This article was originally published on ETFTrends.com.
Industrial metals-related exchange traded products are strengthening this year as tightening inventory levels and rising optimism for a return to global growth following a U.S.-China trade deal are supporting the fundamental outlook.
Year-to-date, United States Copper Index Fund (CPER) gained 12.0%, iPath Series B Bloomberg Copper Subindex Total Return ETN (NYSEArca: JJC) rose 11.9%, iPath Serues B Bloomberg Nickel Subindex Total Return ETN (JJN) increased 21.5% and iPath Series B Bloomberg Tin Subindex Total Return ETN (JJT) advanced 12.7%.
Meanwhile, the broader Invesco DB Base Metals Fund (DBB) was up 7.8% and iPath Bloomberg Industrial Metals Subindex Tota Return ETN (JJM) was 11.0% higher.
Industrial metals fundamentals look promising. On the supply side, according to data compiled by Capital Economics, inventories of several metals stored on global exchanges have declined over 25% from the start of last year through February 18, the Wall Street Journal reports. Meanwhile, with Washington and Beijing coming closer to a trade deal, investor sentiment on the demand side has further helped support pricing.
“We suspect that the primary reason for the falls seen in global exchange stocks is that mine supply growth has been sluggish,” Capital Economics analysts said in a recent note.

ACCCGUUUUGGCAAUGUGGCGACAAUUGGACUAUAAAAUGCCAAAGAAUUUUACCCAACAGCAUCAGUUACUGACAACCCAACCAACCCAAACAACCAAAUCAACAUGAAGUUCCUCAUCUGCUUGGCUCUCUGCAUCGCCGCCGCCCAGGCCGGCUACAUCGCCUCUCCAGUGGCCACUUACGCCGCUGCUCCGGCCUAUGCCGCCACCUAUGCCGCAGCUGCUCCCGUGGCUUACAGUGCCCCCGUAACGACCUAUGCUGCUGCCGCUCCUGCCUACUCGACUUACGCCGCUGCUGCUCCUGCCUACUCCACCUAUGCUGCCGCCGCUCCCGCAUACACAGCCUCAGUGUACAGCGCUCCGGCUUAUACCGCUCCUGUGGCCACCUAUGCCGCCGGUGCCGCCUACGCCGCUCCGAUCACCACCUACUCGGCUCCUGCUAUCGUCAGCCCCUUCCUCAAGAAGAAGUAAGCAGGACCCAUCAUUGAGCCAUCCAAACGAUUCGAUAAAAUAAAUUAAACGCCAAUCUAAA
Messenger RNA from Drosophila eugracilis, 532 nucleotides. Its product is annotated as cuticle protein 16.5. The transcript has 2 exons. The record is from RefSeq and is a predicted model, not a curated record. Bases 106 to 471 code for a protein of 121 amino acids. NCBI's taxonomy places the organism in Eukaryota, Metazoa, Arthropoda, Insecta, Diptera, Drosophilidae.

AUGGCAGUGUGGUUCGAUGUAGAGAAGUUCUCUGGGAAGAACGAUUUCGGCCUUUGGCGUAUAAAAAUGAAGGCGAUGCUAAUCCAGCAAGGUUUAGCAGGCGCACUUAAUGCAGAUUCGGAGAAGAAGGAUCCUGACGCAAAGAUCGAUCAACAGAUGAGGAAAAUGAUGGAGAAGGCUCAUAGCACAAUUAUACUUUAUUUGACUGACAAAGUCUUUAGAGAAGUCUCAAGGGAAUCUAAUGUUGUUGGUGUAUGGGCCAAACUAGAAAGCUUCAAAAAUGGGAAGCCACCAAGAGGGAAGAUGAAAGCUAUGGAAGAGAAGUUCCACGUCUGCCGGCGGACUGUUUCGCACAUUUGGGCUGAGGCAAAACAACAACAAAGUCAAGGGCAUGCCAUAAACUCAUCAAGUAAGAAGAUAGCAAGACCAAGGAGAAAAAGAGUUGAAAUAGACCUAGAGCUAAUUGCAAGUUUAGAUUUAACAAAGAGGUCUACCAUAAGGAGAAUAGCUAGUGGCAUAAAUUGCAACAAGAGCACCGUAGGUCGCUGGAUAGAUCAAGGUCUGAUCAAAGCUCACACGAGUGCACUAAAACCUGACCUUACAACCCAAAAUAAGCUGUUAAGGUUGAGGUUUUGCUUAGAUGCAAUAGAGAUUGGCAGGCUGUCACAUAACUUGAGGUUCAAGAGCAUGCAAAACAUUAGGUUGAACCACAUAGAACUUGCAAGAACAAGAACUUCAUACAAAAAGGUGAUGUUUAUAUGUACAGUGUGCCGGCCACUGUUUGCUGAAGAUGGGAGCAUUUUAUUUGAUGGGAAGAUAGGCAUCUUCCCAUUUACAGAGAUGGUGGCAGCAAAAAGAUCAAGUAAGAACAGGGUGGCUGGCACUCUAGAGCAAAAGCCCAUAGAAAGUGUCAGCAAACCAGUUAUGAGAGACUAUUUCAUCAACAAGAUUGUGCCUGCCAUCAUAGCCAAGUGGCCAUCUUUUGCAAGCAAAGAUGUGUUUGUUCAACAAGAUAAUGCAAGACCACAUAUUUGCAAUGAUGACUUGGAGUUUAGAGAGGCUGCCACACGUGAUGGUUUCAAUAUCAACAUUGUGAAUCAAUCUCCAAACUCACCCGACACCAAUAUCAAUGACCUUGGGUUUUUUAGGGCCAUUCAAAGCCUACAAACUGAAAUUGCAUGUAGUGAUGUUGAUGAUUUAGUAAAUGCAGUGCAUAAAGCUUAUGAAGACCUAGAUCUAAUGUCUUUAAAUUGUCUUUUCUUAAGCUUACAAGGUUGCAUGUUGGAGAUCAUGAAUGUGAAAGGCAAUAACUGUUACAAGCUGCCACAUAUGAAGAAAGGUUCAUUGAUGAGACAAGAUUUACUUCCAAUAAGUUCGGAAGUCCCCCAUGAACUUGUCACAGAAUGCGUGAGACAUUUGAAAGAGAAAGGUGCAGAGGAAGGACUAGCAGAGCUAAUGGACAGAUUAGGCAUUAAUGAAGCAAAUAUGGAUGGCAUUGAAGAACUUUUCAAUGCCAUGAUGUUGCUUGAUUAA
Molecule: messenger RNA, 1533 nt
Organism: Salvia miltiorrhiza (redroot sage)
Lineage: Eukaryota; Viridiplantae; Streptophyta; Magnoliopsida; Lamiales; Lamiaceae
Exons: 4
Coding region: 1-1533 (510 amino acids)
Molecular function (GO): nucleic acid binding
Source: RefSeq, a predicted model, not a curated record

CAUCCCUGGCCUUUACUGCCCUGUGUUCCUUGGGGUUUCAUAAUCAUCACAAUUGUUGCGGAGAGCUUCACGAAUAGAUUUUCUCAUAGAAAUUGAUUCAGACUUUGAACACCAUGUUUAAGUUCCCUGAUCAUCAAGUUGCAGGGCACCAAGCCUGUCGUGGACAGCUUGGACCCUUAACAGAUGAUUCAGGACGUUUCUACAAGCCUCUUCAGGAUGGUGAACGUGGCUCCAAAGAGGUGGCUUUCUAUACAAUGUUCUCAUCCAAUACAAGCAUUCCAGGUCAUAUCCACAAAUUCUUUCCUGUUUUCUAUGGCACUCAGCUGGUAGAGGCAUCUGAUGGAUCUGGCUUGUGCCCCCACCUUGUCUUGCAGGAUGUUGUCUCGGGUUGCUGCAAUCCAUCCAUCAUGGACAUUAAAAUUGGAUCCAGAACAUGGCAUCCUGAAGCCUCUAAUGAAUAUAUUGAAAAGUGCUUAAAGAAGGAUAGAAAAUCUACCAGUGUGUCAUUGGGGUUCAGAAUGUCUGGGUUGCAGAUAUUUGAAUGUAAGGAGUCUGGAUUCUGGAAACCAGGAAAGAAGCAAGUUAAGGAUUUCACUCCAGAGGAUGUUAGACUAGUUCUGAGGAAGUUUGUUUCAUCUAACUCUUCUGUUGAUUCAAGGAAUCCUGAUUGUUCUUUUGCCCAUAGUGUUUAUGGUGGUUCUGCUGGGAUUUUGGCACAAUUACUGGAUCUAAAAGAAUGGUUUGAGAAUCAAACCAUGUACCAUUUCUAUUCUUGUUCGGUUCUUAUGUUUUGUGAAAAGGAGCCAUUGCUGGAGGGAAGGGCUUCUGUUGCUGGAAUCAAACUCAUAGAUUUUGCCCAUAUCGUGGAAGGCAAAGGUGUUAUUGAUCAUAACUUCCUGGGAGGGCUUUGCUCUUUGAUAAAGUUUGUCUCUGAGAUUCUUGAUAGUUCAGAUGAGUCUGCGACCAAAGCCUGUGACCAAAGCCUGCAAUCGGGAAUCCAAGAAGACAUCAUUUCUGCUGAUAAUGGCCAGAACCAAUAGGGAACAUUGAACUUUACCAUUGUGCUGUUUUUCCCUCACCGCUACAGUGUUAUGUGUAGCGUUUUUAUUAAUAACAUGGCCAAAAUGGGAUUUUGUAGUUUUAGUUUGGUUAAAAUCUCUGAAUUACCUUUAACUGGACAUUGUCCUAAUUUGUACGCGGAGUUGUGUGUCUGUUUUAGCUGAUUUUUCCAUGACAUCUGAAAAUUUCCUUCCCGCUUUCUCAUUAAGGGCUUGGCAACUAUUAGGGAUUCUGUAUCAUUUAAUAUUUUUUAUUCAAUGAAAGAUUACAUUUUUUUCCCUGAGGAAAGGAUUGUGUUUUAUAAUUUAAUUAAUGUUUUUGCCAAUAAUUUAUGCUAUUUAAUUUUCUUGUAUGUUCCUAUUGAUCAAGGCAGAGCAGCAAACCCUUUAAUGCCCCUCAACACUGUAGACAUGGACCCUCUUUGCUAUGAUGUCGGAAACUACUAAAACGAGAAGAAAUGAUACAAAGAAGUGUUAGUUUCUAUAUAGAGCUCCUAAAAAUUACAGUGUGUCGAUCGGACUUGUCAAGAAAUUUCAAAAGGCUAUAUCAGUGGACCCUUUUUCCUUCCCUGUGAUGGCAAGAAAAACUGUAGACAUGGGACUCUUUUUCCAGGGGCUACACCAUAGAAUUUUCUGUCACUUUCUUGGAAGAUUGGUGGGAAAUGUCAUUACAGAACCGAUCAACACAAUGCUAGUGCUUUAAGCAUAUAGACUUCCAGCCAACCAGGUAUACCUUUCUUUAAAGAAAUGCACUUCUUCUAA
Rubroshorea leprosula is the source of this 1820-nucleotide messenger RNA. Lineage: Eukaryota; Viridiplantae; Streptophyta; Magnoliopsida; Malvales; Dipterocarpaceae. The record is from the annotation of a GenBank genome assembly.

Base metals, which are used heavily in construction and manufacturing, act as the necessary building blocks or raw materials for everything in a wide range of industires. Investors often look to industrial metal price moves as a barometer, notably the so-called Doctor Copper, for the health of the global economy and growth in China, the world’s largest commodity consumer and second largest economy.
Observers argued that signs of caution from the Federal Reserve over the pacing of further interest rate hikes have helped weaken the dollar, which makes it cheaper for foreign buyers to purchase USD-denominated commodities. Furthermore, the Chinese government has helped restore confidence in the economy's outlook through a number of stimulus measures.
“We expect further Chinese stimulus to lead to a gradual recovery in demand” for base metals, Jefferies analysts said in a note this month, adding that it should be enough to push the copper market and other commodity markets into deficit, pushing prices higher.
For more information on the commodities market, visit our commodity ETFs category.
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